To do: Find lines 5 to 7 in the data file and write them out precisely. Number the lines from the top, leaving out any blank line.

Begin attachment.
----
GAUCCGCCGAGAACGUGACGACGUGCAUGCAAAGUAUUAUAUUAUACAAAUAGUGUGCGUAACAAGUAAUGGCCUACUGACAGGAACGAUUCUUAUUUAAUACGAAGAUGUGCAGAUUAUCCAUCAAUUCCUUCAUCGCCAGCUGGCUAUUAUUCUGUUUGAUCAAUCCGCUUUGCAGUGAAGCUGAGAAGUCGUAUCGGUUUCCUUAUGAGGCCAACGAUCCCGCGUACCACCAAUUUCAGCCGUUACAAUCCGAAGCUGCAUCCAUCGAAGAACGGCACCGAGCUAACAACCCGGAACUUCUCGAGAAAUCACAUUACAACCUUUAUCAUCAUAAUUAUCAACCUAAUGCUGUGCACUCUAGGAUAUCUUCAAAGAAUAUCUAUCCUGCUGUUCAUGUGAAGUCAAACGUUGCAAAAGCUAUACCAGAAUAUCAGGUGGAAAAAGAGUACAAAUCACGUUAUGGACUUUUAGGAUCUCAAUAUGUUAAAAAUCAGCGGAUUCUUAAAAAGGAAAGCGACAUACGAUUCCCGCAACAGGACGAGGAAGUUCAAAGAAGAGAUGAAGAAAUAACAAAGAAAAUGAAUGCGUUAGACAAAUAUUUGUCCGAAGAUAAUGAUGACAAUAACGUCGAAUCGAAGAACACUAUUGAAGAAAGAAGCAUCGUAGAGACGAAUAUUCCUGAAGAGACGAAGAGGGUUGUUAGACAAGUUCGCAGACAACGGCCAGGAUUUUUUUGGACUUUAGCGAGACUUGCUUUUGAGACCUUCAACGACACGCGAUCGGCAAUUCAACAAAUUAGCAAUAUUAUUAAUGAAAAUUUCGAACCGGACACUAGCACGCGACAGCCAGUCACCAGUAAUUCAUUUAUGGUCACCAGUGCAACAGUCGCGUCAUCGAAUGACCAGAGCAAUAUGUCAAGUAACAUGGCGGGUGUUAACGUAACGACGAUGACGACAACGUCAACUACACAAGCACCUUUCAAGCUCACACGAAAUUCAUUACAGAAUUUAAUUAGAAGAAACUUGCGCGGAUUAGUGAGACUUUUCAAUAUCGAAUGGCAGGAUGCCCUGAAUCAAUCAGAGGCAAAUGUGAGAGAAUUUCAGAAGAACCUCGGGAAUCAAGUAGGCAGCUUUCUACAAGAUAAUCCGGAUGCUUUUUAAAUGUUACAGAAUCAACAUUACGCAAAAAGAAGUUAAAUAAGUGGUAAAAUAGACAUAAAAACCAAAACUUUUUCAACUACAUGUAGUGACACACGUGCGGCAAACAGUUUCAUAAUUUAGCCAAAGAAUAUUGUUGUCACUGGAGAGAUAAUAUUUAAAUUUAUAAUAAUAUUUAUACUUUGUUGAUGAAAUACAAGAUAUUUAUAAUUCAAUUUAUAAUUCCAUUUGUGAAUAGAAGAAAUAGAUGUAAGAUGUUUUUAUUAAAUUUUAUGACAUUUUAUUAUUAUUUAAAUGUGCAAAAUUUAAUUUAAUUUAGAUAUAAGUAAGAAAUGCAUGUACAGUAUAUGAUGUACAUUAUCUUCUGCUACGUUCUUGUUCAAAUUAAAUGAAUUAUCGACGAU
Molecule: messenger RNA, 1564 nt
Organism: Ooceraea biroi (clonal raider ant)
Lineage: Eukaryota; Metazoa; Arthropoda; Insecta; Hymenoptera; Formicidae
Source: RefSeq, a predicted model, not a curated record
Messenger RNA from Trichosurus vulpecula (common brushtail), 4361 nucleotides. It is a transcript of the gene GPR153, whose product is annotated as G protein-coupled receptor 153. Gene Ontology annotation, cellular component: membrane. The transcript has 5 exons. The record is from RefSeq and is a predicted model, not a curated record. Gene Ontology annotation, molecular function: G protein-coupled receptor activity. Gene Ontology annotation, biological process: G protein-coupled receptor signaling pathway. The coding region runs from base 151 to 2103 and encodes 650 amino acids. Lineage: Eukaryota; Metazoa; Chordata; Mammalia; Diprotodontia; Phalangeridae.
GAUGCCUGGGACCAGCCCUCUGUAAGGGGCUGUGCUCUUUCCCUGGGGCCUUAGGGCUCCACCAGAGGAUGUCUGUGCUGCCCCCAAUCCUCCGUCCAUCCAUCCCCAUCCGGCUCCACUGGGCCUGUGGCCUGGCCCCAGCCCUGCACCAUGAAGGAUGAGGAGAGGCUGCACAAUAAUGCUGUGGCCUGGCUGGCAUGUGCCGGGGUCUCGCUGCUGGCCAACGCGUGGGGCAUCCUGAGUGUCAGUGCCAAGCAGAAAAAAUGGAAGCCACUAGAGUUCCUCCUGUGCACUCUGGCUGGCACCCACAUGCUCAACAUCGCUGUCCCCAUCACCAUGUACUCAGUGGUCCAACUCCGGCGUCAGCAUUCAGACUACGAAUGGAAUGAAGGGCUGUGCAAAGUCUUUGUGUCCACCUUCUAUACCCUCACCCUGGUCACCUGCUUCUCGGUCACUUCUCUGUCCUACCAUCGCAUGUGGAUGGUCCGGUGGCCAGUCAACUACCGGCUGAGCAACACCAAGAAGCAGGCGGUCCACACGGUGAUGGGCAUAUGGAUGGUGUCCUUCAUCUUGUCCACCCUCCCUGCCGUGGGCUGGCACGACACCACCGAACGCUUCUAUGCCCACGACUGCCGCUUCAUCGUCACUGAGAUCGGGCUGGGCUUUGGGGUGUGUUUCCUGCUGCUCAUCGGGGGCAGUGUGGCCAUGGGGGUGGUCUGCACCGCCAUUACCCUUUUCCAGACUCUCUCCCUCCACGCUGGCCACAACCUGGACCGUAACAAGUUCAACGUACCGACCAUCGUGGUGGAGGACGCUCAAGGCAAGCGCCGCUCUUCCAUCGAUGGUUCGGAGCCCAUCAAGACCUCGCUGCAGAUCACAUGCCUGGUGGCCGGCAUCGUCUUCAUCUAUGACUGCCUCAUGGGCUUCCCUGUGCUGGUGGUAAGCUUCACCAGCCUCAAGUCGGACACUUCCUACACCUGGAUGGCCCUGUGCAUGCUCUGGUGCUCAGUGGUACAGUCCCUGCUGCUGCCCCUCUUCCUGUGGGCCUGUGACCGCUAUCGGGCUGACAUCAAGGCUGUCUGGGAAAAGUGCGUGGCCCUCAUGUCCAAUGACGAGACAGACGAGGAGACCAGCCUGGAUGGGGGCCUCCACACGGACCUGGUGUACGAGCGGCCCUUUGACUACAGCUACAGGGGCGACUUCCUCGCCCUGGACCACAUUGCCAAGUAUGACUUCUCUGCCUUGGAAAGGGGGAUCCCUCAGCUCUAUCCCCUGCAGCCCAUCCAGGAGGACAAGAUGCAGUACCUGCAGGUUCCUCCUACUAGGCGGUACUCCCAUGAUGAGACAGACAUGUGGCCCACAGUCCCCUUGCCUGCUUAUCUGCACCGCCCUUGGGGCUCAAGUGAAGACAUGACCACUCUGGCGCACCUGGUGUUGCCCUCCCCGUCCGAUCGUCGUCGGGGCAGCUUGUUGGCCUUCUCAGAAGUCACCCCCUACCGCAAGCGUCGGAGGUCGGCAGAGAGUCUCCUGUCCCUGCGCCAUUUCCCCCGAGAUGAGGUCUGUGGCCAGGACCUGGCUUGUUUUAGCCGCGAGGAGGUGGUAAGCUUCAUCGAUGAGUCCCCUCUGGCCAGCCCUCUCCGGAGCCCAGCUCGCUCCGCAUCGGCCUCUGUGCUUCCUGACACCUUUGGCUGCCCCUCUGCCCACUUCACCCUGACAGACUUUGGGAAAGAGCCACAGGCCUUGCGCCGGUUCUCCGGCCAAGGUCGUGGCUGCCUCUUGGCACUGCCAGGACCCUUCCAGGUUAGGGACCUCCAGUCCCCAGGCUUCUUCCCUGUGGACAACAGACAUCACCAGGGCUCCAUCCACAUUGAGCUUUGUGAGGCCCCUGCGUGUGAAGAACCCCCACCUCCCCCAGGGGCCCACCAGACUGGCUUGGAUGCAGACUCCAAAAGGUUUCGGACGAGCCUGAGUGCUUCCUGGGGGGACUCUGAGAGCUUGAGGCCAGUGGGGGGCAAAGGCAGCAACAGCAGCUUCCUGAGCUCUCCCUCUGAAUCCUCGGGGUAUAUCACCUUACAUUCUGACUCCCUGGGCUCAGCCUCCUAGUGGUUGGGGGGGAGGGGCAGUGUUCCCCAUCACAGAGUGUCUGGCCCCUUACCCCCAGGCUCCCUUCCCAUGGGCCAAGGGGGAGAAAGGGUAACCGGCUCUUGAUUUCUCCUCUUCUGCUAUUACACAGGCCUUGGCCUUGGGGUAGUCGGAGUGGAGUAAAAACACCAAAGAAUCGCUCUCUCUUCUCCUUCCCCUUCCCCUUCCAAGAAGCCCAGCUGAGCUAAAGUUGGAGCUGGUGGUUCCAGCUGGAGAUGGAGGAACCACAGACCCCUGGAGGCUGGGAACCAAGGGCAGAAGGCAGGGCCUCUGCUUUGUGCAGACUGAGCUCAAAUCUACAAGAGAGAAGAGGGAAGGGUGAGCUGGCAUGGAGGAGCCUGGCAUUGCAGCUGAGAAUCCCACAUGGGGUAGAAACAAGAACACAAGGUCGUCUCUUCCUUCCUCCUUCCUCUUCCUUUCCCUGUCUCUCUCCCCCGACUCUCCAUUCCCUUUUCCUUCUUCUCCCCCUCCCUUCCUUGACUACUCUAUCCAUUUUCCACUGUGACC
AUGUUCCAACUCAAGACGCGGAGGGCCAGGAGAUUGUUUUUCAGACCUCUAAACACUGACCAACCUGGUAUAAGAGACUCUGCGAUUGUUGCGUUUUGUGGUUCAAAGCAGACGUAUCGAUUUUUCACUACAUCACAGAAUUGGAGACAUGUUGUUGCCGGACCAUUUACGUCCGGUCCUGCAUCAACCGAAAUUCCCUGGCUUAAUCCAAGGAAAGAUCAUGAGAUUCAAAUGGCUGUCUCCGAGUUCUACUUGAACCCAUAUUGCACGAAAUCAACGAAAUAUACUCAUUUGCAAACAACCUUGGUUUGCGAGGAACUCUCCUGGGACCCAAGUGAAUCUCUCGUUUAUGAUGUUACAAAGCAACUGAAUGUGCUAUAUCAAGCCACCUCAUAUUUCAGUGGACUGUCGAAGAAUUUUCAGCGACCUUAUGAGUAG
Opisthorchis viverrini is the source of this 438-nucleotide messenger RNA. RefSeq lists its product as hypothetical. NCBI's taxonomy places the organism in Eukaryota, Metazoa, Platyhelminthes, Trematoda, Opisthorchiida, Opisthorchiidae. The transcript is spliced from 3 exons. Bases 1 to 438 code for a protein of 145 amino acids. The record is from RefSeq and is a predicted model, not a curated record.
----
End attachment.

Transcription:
Source: RefSeq, a predicted model, not a curated record
Messenger RNA from Trichosurus vulpecula (common brushtail), 4361 nucleotides. It is a transcript of the gene GPR153, whose product is annotated as G protein-coupled receptor 153. Gene Ontology annotation, cellular component: membrane. The transcript has 5 exons. The record is from RefSeq and is a predicted model, not a curated record. Gene Ontology annotation, molecular function: G protein-coupled receptor activity. Gene Ontology annotation, biological process: G protein-coupled receptor signaling pathway. The coding region runs from base 151 to 2103 and encodes 650 amino acids. Lineage: Eukaryota; Metazoa; Chordata; Mammalia; Diprotodontia; Phalangeridae.
GAUGCCUGGGACCAGCCCUCUGUAAGGGGCUGUGCUCUUUCCCUGGGGCCUUAGGGCUCCACCAGAGGAUGUCUGUGCUGCCCCCAAUCCUCCGUCCAUCCAUCCCCAUCCGGCUCCACUGGGCCUGUGGCCUGGCCCCAGCCCUGCACCAUGAAGGAUGAGGAGAGGCUGCACAAUAAUGCUGUGGCCUGGCUGGCAUGUGCCGGGGUCUCGCUGCUGGCCAACGCGUGGGGCAUCCUGAGUGUCAGUGCCAAGCAGAAAAAAUGGAAGCCACUAGAGUUCCUCCUGUGCACUCUGGCUGGCACCCACAUGCUCAACAUCGCUGUCCCCAUCACCAUGUACUCAGUGGUCCAACUCCGGCGUCAGCAUUCAGACUACGAAUGGAAUGAAGGGCUGUGCAAAGUCUUUGUGUCCACCUUCUAUACCCUCACCCUGGUCACCUGCUUCUCGGUCACUUCUCUGUCCUACCAUCGCAUGUGGAUGGUCCGGUGGCCAGUCAACUACCGGCUGAGCAACACCAAGAAGCAGGCGGUCCACACGGUGAUGGGCAUAUGGAUGGUGUCCUUCAUCUUGUCCACCCUCCCUGCCGUGGGCUGGCACGACACCACCGAACGCUUCUAUGCCCACGACUGCCGCUUCAUCGUCACUGAGAUCGGGCUGGGCUUUGGGGUGUGUUUCCUGCUGCUCAUCGGGGGCAGUGUGGCCAUGGGGGUGGUCUGCACCGCCAUUACCCUUUUCCAGACUCUCUCCCUCCACGCUGGCCACAACCUGGACCGUAACAAGUUCAACGUACCGACCAUCGUGGUGGAGGACGCUCAAGGCAAGCGCCGCUCUUCCAUCGAUGGUUCGGAGCCCAUCAAGACCUCGCUGCAGAUCACAUGCCUGGUGGCCGGCAUCGUCUUCAUCUAUGACUGCCUCAUGGGCUUCCCUGUGCUGGUGGUAAGCUUCACCAGCCUCAAGUCGGACACUUCCUACACCUGGAUGGCCCUGUGCAUGCUCUGGUGCUCAGUGGUACAGUCCCUGCUGCUGCCCCUCUUCCUGUGGGCCUGUGACCGCUAUCGGGCUGACAUCAAGGCUGUCUGGGAAAAGUGCGUGGCCCUCAUGUCCAAUGACGAGACAGACGAGGAGACCAGCCUGGAUGGGGGCCUCCACACGGACCUGGUGUACGAGCGGCCCUUUGACUACAGCUACAGGGGCGACUUCCUCGCCCUGGACCACAUUGCCAAGUAUGACUUCUCUGCCUUGGAAAGGGGGAUCCCUCAGCUCUAUCCCCUGCAGCCCAUCCAGGAGGACAAGAUGCAGUACCUGCAGGUUCCUCCUACUAGGCGGUACUCCCAUGAUGAGACAGACAUGUGGCCCACAGUCCCCUUGCCUGCUUAUCUGCACCGCCCUUGGGGCUCAAGUGAAGACAUGACCACUCUGGCGCACCUGGUGUUGCCCUCCCCGUCCGAUCGUCGUCGGGGCAGCUUGUUGGCCUUCUCAGAAGUCACCCCCUACCGCAAGCGUCGGAGGUCGGCAGAGAGUCUCCUGUCCCUGCGCCAUUUCCCCCGAGAUGAGGUCUGUGGCCAGGACCUGGCUUGUUUUAGCCGCGAGGAGGUGGUAAGCUUCAUCGAUGAGUCCCCUCUGGCCAGCCCUCUCCGGAGCCCAGCUCGCUCCGCAUCGGCCUCUGUGCUUCCUGACACCUUUGGCUGCCCCUCUGCCCACUUCACCCUGACAGACUUUGGGAAAGAGCCACAGGCCUUGCGCCGGUUCUCCGGCCAAGGUCGUGGCUGCCUCUUGGCACUGCCAGGACCCUUCCAGGUUAGGGACCUCCAGUCCCCAGGCUUCUUCCCUGUGGACAACAGACAUCACCAGGGCUCCAUCCACAUUGAGCUUUGUGAGGCCCCUGCGUGUGAAGAACCCCCACCUCCCCCAGGGGCCCACCAGACUGGCUUGGAUGCAGACUCCAAAAGGUUUCGGACGAGCCUGAGUGCUUCCUGGGGGGACUCUGAGAGCUUGAGGCCAGUGGGGGGCAAAGGCAGCAACAGCAGCUUCCUGAGCUCUCCCUCUGAAUCCUCGGGGUAUAUCACCUUACAUUCUGACUCCCUGGGCUCAGCCUCCUAGUGGUUGGGGGGGAGGGGCAGUGUUCCCCAUCACAGAGUGUCUGGCCCCUUACCCCCAGGCUCCCUUCCCAUGGGCCAAGGGGGAGAAAGGGUAACCGGCUCUUGAUUUCUCCUCUUCUGCUAUUACACAGGCCUUGGCCUUGGGGUAGUCGGAGUGGAGUAAAAACACCAAAGAAUCGCUCUCUCUUCUCCUUCCCCUUCCCCUUCCAAGAAGCCCAGCUGAGCUAAAGUUGGAGCUGGUGGUUCCAGCUGGAGAUGGAGGAACCACAGACCCCUGGAGGCUGGGAACCAAGGGCAGAAGGCAGGGCCUCUGCUUUGUGCAGACUGAGCUCAAAUCUACAAGAGAGAAGAGGGAAGGGUGAGCUGGCAUGGAGGAGCCUGGCAUUGCAGCUGAGAAUCCCACAUGGGGUAGAAACAAGAACACAAGGUCGUCUCUUCCUUCCUCCUUCCUCUUCCUUUCCCUGUCUCUCUCCCCCGACUCUCCAUUCCCUUUUCCUUCUUCUCCCCCUCCCUUCCUUGACUACUCUAUCCAUUUUCCACUGUGACC